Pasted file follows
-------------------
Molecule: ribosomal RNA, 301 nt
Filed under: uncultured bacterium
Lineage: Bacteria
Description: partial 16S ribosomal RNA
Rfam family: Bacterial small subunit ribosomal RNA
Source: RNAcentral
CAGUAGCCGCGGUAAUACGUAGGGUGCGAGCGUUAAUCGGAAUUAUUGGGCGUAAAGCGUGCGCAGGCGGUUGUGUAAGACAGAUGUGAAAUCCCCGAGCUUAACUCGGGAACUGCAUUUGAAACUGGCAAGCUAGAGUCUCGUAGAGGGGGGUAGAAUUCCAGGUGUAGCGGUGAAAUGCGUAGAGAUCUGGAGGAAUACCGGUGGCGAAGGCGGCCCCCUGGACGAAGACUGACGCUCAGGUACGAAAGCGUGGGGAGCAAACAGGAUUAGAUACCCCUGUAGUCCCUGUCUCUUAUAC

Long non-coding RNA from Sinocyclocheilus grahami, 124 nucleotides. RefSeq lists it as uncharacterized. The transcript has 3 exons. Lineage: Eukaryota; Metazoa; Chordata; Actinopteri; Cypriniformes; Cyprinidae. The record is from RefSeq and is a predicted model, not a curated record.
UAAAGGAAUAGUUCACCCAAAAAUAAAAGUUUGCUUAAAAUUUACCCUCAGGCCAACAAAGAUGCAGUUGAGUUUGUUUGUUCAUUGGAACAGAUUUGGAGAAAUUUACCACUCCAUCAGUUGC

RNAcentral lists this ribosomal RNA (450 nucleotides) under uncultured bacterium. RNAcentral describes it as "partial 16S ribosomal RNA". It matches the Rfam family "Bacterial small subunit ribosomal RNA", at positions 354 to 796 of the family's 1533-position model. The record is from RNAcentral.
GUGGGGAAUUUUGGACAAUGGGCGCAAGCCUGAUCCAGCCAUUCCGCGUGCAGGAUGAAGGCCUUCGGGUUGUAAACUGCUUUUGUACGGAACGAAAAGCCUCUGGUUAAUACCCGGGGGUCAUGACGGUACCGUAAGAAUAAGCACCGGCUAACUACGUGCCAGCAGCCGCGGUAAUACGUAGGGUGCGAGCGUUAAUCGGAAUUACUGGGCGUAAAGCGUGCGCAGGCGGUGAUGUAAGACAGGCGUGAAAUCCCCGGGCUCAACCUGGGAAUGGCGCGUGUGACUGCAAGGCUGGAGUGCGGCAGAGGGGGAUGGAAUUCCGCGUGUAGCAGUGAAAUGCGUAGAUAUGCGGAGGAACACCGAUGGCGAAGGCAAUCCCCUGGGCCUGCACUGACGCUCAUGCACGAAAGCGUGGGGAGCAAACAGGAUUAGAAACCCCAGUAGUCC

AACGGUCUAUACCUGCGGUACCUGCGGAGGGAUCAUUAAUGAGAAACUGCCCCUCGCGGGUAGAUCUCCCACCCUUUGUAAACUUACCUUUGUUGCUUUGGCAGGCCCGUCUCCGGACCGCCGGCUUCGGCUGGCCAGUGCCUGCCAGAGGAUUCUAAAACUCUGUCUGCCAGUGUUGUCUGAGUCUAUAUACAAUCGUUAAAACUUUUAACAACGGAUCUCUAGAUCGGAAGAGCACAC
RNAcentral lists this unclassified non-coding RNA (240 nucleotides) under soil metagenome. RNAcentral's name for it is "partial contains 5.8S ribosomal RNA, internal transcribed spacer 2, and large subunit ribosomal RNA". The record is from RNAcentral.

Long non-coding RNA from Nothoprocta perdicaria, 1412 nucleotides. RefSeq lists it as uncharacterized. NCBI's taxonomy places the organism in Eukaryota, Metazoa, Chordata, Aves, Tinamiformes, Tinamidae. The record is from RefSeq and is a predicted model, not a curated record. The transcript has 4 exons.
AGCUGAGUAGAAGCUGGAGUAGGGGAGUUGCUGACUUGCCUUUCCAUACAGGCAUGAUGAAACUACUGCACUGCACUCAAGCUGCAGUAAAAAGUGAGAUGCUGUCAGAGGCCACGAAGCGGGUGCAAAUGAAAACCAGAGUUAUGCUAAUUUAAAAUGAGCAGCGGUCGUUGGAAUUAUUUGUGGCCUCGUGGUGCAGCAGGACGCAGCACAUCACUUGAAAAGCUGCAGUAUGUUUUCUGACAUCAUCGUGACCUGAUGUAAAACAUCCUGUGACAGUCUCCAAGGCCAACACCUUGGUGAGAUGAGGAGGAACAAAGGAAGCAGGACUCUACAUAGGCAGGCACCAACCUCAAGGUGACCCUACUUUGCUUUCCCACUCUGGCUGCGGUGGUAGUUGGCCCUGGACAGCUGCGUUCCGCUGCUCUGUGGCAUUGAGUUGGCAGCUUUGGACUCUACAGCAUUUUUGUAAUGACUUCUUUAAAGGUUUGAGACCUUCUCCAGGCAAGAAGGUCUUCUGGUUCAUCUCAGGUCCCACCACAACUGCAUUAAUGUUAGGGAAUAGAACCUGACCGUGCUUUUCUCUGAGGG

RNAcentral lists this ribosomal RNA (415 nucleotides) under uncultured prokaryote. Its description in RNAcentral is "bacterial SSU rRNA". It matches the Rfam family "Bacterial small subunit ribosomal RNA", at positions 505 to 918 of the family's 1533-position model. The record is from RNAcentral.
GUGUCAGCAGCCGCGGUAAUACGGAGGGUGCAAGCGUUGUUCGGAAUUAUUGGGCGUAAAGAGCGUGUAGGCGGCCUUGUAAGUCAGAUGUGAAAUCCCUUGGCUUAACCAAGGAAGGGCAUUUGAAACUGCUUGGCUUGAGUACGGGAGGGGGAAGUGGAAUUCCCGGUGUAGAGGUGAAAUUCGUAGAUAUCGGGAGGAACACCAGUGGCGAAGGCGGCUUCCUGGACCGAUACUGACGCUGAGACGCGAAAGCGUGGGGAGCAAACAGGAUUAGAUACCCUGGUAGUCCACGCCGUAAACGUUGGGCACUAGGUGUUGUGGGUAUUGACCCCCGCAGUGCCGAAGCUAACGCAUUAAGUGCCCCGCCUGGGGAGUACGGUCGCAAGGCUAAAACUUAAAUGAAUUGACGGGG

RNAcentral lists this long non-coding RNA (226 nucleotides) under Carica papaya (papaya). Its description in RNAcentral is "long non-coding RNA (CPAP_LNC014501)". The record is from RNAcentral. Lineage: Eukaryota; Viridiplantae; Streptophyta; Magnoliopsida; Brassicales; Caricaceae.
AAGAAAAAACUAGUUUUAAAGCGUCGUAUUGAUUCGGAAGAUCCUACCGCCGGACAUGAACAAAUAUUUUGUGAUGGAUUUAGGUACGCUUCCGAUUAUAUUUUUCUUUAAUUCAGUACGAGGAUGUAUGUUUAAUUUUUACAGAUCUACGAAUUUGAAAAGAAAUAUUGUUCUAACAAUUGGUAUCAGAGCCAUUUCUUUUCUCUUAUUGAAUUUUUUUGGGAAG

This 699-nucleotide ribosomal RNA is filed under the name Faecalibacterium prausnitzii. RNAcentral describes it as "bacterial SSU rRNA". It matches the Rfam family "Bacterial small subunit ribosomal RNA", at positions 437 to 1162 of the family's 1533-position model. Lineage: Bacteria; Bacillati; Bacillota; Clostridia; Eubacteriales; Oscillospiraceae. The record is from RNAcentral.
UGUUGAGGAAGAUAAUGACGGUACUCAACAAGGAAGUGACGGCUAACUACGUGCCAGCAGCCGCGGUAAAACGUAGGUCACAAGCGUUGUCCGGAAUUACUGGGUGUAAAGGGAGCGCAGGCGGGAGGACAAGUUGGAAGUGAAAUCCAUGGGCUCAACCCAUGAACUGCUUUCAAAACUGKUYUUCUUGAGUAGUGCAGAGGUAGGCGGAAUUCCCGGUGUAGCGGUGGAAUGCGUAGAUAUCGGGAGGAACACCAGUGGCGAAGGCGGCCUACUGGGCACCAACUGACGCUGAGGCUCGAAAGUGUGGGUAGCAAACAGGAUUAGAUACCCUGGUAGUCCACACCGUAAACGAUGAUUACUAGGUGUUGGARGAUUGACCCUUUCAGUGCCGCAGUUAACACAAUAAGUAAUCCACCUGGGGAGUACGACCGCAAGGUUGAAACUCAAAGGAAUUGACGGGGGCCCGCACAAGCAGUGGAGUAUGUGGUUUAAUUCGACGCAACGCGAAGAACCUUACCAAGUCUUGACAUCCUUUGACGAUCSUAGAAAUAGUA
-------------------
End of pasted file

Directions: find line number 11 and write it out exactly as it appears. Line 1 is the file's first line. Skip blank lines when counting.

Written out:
GUGGGGAAUUUUGGACAAUGGGCGCAAGCCUGAUCCAGCCAUUCCGCGUGCAGGAUGAAGGCCUUCGGGUUGUAAACUGCUUUUGUACGGAACGAAAAGCCUCUGGUUAAUACCCGGGGGUCAUGACGGUACCGUAAGAAUAAGCACCGGCUAACUACGUGCCAGCAGCCGCGGUAAUACGUAGGGUGCGAGCGUUAAUCGGAAUUACUGGGCGUAAAGCGUGCGCAGGCGGUGAUGUAAGACAGGCGUGAAAUCCCCGGGCUCAACCUGGGAAUGGCGCGUGUGACUGCAAGGCUGGAGUGCGGCAGAGGGGGAUGGAAUUCCGCGUGUAGCAGUGAAAUGCGUAGAUAUGCGGAGGAACACCGAUGGCGAAGGCAAUCCCCUGGGCCUGCACUGACGCUCAUGCACGAAAGCGUGGGGAGCAAACAGGAUUAGAAACCCCAGUAGUCC